Whatever Savoie thought of the response, he seemed to accept it. “I don’t know what possessed you to do what you did, but I’m relying on the statement you were told to do so by some higher being.” By that time, Rodriguez had been thinking things over. “It wasn’t God, sir,” Rodriguez answered, his voice nearly inaudible. “I would like to apologize to the people of Vinton and Floydada for everything, and I ask for their forgiveness.”

Rodriguez said he planned to leave immediately for Lubbock and then Floydada. “When I return to Floydada I am pretty certain that I will no longer be the pastor of my church, unless the people there can forgive me,” he said. “I plan to look for a job as soon as I get back.” Rodriguez’s wife’s family sent her a plane ticket, and she returned ahead of him. A relative drove the other 18 people on to Wauchula, Florida.

And that would have been the end of it, had not a fellow named Chris Stuart heard the story ten years later. Deciding he had enough material for a song, he went to work. In the end, he wrote a memorable one — good enough to be included in a collection of Car Talk Car Tunes put together by National Public Radio for their popular Saturday morning show hosted by Click and Clack, the Tappet Brothers.

Whenever I listen to the song, I laugh. I wouldn’t be surprised to know God laughs every time he hears the story, and taps his toe to the song. Let’s face it. Humans can be good for a laugh now and then, even when we’re trying to be serious.


Twenty Naked Pentecostals in a Pontiac
I was thumbin’ my way down to Baton Rouge, standin’ on the side of the road,
When a car pulled over and a voice cried out, “We’ll take you where you want to go.”
I jumped inside, but to my surprise, they were naked as a poor man’s toes.
It was a tight situation when the whole congregation said the devil was in my clothes.
Twenty naked Pentecostals in a Pontiac,
Brothers and sisters shoutin’ in the back,
Elders in the front, choir in the trunk,
Twenty naked Pentecostals in a Pontiac.
The sermon that morning was on Adam and Eve and the ways of the dreadful snake,
Everybody was clappin’ when the preacher pointed at me, my body began to shake.
I threw off my shirt, and my shoes and my socks,
My jeans and my BVDs.
We were all in the nude, shoutin’ “Hallelu!”
and singing “Somebody Touched Me.”
Twenty naked Pentecostals in a Pontiac,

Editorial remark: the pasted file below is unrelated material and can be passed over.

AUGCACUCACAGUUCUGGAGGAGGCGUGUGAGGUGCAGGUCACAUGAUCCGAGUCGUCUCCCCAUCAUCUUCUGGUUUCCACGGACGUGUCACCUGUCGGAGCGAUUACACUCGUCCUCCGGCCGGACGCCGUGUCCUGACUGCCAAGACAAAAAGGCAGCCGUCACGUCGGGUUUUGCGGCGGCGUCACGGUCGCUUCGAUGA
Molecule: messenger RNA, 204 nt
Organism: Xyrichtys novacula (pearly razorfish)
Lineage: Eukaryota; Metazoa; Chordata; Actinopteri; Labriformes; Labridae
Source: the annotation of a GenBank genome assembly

Brothers and sisters shoutin’ in the back,
Elders in the front, choir in the trunk,
Twenty naked Pentecostals in a Pontiac.
We had the cruise control set to fifty-five, when a Smokey got on our tail.
He pulled up beside, his eyes got wide, and the siren began to wail.
We ran off the road toward the tree of life, Lord, the future was looking bleak,
We hung on and prayed, everybody was saved,
‘Cause we all knew how to turn the other cheek.
Twenty naked Pentecostals in a Pontiac,
Brothers and sisters shoutin’ in the back,
Elders in the front, choir in the trunk,
Twenty naked Pentecostals in a Pontiac.

 

 

Comments always are welcome.

76 thoughts on “It’s Time to Take “That” Road Trip Again

    1. I suspect if I’d made this one up, no one would have believed it. I still find references to the events here and there. There’s a swamp pop group in Louisiana that used the storyline in a song, although this version’s far more memorable — and danceable.

    1. The story’s good enough on its own, but the song is terrific. It’s on my road trip playlist, that’s for sure.
      Happy Independence Day to you and yours, John.

    1. Everyone needs a little fun from time to time, and one of the best things about this story is that the respect given to that group of memorable travelers allowed the fun to endure. I love the response of law enforcement as much as any other part of the tale!

    1. If summer reruns can be a thing on tv, why not on our blogs? Some tales shouldn’t be forgotten, especially if dusting them off and bringing them into the light again can bring a smile.

    1. They do. In addition to this collection of musical selections, there are various complilation CDs from the program. A few of the songs are available online, but I couldn’t find the one called “Driving in Massachusetts” that’s said to be hilarious.

  1. Lol. That’s quite a story. I keep trying to picture 20 people naked in a car running away from the police. Surprised they went back to FLoydada. Seems like nothing there worth going back for.

    1. Well, as is so often true with small towns, there are divided opinions. I’ve been to Floydada, and some of the memories of drought and Depression I’ve written about came from a fellow who was born there. Roots run deep. Some of the people I met have families who’ve farmed the Panhandle for generations — and some of our best music has roots there: think Buddy Holly, Bob Wills, Joe Ely. Even Georgia O’Keefe was influenced by her years there. She left, but kept the influence.

  2. Hear me puffin’. Just sat down after that Pentecostal dance. Somewhat difficult to do now with aching back, weak knees, and pushing my walker, and swinging my cane over my head. Probably could do better is I weren’t hampered by this dress I have on.